• If you find yourself near the Cedars Golf Course this Halloween season, make sure to swing by -- or avoid, if you frighten easily -- the house at 18234 N.E. Cedar Drive, Battle Ground. The first thing you'll see from the street is a large graveyard with skeletons rising from the ground and a 20-foot-high inflatable reaper. Closer to the house is a small circus tent with a few creepy clowns selling popcorn bags full of eyeballs, and a skeleton witch sitting beside her cauldron with a table full of magic potions and horrific ingredients. Lastly, there is "Four Funerals and a Wedding," a porch which features a wedding scene with a skeleton bride and groom, a skeleton minister, a table full of items gifted by famous Halloween characters and a buffet table covered with human body parts and a full-sized bug-covered wedding cake.

• Camas is known for its natural beauty, and the Maguire family plans on adding to the city's growing list of green space with their Halloween decorations this year. At 4155 N.W. Sierra Drive, Camas, this year's holiday theme is "Dead Man's Park." As the park's sign reads, "Stay Forever." You'll find a park covered in cobwebs and filled with tombstones. Skeletons are present taking their skeleton pets for a walk, and, perhaps scariest of all, they aren't holding bags to clean up afterward.

• Those with arachnophobia will want to stay far away from 11008 N.E. 98th St., Vancouver, where giant spiders have spun webs from the roof down to the lawn. The house also has a coffin and graveyard producing lots of fog.

• There's a storm coming to 2112 Lincoln Ave., Vancouver, where visitors will be welcomed to Skip and Suzie's graveyard by thunder and lightning. They'll also meet Frankenstein's monster, a mummy, ghouls and hear gory sounds.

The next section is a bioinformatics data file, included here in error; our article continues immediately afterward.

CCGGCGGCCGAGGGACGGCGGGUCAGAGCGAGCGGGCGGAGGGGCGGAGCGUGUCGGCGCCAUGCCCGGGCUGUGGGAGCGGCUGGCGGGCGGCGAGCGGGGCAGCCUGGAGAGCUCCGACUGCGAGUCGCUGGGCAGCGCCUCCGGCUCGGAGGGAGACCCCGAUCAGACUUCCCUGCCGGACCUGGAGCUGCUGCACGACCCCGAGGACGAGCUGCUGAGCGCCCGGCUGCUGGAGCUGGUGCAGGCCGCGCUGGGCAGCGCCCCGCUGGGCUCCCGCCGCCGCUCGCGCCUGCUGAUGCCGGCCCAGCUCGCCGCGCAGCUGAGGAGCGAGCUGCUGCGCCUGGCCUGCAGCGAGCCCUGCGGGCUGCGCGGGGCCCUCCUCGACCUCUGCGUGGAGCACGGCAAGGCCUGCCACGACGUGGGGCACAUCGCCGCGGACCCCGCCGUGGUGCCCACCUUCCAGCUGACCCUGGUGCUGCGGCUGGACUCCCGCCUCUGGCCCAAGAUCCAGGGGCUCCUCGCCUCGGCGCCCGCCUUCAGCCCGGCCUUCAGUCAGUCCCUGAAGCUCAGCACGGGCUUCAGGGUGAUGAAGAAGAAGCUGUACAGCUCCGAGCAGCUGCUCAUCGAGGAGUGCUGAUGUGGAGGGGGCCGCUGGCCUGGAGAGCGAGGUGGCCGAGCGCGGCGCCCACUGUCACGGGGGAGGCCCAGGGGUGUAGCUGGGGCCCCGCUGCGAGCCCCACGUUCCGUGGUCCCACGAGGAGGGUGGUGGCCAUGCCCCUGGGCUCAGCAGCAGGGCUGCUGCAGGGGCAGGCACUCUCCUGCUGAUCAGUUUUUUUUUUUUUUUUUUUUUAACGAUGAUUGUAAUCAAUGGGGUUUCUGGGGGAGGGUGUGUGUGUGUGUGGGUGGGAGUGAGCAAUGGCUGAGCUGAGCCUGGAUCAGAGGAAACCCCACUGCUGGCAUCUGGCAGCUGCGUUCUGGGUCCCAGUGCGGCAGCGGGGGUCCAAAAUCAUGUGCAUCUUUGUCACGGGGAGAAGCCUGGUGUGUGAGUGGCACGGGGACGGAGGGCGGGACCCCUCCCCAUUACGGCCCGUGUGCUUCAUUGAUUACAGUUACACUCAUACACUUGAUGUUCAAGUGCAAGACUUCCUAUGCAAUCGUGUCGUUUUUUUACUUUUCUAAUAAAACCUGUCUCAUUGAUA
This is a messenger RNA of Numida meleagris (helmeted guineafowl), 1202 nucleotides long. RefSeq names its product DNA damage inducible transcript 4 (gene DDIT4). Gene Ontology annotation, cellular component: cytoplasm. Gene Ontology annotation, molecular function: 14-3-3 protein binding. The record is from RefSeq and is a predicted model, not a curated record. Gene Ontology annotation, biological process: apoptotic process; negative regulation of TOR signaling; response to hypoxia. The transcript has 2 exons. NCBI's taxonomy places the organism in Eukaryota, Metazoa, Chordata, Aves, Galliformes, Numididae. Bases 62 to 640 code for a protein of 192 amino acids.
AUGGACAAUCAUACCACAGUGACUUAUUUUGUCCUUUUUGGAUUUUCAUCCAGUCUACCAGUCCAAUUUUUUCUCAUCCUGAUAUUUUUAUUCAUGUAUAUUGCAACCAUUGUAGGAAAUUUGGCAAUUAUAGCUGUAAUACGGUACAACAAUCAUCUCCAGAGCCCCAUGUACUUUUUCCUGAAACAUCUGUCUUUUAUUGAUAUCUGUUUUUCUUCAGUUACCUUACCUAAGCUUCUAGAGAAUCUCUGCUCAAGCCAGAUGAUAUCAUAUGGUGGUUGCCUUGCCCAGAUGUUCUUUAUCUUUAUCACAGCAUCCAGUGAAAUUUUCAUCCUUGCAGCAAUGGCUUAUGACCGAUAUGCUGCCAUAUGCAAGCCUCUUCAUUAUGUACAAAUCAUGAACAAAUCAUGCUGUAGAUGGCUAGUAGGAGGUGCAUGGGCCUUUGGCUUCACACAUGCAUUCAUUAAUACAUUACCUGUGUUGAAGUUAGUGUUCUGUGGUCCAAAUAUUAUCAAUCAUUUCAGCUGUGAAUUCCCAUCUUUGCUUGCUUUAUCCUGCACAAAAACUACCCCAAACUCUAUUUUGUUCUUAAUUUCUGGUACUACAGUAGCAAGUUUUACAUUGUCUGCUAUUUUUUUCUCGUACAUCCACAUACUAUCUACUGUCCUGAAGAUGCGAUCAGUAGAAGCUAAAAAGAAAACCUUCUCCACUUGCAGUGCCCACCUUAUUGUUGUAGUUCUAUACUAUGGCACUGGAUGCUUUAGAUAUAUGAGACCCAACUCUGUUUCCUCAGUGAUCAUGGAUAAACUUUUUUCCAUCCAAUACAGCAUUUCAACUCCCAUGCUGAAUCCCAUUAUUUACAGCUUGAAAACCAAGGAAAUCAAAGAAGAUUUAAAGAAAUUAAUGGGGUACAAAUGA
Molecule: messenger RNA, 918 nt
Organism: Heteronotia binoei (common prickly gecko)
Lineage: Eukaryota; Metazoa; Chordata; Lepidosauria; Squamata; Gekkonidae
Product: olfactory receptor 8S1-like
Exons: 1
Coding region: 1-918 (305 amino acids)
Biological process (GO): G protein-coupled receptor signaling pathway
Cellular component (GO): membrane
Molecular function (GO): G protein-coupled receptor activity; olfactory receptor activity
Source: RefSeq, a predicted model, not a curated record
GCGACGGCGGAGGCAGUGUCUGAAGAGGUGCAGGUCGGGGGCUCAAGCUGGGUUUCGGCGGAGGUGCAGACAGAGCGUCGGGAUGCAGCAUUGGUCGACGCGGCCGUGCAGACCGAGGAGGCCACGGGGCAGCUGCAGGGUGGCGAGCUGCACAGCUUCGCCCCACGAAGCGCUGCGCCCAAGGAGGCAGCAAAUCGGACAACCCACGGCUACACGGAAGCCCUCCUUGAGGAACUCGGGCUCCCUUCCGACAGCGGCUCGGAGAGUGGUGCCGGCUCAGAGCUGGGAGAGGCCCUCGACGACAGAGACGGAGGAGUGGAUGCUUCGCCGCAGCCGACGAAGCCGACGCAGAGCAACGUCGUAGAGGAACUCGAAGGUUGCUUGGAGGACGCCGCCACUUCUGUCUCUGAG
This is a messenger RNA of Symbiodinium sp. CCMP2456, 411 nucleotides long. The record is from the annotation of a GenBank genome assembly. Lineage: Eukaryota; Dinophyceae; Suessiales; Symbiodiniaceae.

• Over at 121 S.E. Whitney St., Camas, guests can check out zombie babies in their kennel, a spooky cemetery and a projection image.


“The mailman was scared of having to come to our house,” she said proudly.

But three years ago they moved to 179th, right by the Clark County Events Center at the Fairgrounds. They started getting some attention their first Halloween at the new house thanks to Rex, a 9-foot-tall dinosaur they bought at Home Depot. Even after Halloween passed, Rex stayed out and the family started dressing him for different holidays.

It started with putting a giant turkey leg in his hand for Thanksgiving. Now, Rex has tubs full of costumes for all sorts of holidays and other occasions. Recent visitors saw Rex dressing for the weather with a raincoat. With the end of daylight saving time coming up, Jensen said they’ll have to get Rex’s Father Time costume prepared.

Rex is now a bit of a local celebrity with his own Facebook page, www.facebook.com/rexon179th, and more than 400 followers.

Originally, it was Jensen’s younger sister, Kortnee Anderson, who took to dressing Rex.

“She loved the attention and how happy it made people,” Jensen said. “She would watch as the school bus would slow down when driving by and all the kids would look at Rex. People would stop by to take pictures with him.”

Anderson is the inspiration behind this year’s maze, which has grown in size, attractions and days it’s open. Last year, the maze brought in about 100 people on Halloween night, the only night the family opened it.

Anderson, 21, died from a seizure in March. The two sisters and their mother were close and did everything together, from traveling to trying to scare neighborhood kids on Halloween. Anderson loved decorating for the holiday, although she wasn’t big on being scared. She didn’t go through the maze last year, but loved watching how scared other people got.

“This in her memory,” Jensen said. “It’s how we’re coping with her not being here. It’s our distraction.”

Anderson’s presence isn’t far away, though. There’s a sign on the garage honoring her, and Jensen and her mother, who didn’t want her name in the paper due to the sensitive nature of her job, light up when talking about Anderson, especially her desire to work as an orthodontist’s assistant.

“She loved elephants, and wanted to go to Africa to work on elephants’ teeth,” her mother said. “She loved how family-oriented elephants are. I hope it’s because of how important family was to us when they were growing up. We would do family activities all the time, and Halloween was always a giant family activity for us.”

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Columbian Staff Writer